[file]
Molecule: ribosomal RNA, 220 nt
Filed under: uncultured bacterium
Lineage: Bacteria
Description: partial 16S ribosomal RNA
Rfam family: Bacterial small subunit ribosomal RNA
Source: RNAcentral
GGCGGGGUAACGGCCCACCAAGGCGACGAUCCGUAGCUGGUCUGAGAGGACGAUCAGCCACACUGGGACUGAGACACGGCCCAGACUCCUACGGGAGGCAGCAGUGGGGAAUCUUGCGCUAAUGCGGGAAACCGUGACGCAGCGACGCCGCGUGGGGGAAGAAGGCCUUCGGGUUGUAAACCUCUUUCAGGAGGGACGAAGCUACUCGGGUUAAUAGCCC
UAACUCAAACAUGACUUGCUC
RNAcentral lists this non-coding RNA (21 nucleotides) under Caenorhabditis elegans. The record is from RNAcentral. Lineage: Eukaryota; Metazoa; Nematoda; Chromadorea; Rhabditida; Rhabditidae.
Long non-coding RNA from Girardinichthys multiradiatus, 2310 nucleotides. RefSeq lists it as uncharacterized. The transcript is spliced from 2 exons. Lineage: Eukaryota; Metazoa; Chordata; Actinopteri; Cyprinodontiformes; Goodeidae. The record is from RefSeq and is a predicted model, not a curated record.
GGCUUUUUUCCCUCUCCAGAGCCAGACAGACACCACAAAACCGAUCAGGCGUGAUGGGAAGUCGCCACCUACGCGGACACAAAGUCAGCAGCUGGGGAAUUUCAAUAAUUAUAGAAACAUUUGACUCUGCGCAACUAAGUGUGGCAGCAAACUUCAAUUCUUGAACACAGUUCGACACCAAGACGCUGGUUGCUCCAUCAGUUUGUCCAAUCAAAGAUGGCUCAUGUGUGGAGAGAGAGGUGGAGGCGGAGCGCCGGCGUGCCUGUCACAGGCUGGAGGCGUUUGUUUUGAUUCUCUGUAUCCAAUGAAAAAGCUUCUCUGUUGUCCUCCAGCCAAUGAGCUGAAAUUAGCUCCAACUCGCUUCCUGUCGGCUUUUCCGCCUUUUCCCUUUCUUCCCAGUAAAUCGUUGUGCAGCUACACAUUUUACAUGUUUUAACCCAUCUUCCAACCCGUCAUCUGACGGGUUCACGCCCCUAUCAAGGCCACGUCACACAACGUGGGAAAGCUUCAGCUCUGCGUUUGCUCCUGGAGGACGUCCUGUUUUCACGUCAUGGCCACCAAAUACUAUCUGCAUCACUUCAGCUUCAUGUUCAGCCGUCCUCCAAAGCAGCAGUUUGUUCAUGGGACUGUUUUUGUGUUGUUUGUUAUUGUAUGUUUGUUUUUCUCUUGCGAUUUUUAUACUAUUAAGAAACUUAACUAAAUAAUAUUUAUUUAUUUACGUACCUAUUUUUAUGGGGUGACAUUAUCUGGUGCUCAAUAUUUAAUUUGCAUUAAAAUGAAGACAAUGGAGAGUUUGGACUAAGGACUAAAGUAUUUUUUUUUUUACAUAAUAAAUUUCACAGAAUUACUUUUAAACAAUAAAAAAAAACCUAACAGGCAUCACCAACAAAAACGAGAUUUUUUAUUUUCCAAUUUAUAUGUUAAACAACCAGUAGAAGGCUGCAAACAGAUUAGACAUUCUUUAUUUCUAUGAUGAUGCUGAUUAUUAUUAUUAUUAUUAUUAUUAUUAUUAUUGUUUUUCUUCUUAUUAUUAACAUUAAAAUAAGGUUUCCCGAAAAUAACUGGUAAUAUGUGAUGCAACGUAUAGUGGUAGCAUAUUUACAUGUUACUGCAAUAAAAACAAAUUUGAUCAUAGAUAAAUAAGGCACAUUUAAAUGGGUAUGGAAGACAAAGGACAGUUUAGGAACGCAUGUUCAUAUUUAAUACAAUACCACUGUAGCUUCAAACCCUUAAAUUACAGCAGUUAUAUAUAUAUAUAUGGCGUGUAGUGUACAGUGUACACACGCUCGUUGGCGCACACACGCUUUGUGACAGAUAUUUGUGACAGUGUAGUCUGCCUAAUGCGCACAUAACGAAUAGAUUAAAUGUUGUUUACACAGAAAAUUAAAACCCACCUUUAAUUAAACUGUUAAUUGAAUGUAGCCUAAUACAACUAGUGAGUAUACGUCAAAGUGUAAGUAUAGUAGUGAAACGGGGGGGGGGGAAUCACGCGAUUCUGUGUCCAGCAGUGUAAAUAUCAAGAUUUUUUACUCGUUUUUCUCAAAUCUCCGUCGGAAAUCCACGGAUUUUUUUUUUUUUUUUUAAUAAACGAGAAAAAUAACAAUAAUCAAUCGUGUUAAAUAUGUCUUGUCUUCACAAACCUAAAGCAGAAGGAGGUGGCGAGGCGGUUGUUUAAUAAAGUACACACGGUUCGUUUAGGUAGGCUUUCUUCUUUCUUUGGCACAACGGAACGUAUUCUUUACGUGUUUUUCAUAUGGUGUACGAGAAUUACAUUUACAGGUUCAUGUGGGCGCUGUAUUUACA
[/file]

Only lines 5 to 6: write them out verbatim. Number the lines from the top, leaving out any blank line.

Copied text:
Rfam family: Bacterial small subunit ribosomal RNA
Source: RNAcentral